In the evening, when the heat of the day had subsided a bit, Madhu and I decided to check out the Shanti Stupa, which could be spotted from anywhere in town as it is located at the end of Changspa, on the top of a steep hill. Most guidebooks don’t advice visitors to attempt this hill on their first day in town as it is quite a tiring climb and would not be advisable until the visitors are properly acclimatized. This isespecially true for visitors who fly into Leh from much lower altitudes and therefore, definitely need to give their bodies a day or two to acclimatize before attempting anything strenuous. Since Madhu and I had been in high altitude areas over the past few weeks and have already had our share of altitude sickness, we weren’t afraid of attempting it on our first evening in Leh.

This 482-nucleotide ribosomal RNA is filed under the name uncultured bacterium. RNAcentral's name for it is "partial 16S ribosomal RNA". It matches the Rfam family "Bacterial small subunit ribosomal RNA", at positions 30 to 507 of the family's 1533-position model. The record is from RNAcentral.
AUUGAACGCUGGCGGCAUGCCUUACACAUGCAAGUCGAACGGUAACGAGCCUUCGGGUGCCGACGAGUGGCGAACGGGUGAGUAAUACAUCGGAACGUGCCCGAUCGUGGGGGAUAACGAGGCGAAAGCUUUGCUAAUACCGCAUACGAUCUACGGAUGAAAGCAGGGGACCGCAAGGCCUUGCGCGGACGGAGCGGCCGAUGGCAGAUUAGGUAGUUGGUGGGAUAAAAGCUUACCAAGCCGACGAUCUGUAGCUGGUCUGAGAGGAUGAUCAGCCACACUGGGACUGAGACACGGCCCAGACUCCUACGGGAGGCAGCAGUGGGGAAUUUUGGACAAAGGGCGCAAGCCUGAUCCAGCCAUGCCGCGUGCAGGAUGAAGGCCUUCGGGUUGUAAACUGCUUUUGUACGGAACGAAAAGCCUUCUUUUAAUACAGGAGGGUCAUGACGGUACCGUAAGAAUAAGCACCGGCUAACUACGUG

Built by a Japanese Buddhist group called ‘The Japanese for World Peace’, the Shanti Stupa has a place of pride in Leh’s landscape. It took about 8 years to complete and was built to commemorate 2500 years of Buddhism and to promote world peace. The temple next to the Stupa was the first to be built and was inaugurated by the Dalai Lama in 1985, while the Stupa itself was inaugurated in 1991. Funds for it were contributed by the then Prime Minister, Mrs. Indira Gandhi, the state government, the Japanese group, local Buddhist monasteries and even the local Leh residents.
A motor-able road runs up to the Stupa from the base of the hill but for the rest of us, who are on foot, steps have been carved into the mountain-side overlooking Changspa. From the base, looking up, the climb looked quite formidable and it didn’t disappoint. Madhu and I took several breaks while climbing but at every break it was wonderful to gaze out at the town of Leh spread out before us. It took us a good 45 minutes to get to the top but eventually both the climb and the views from the top ensured that it was a time well-spent.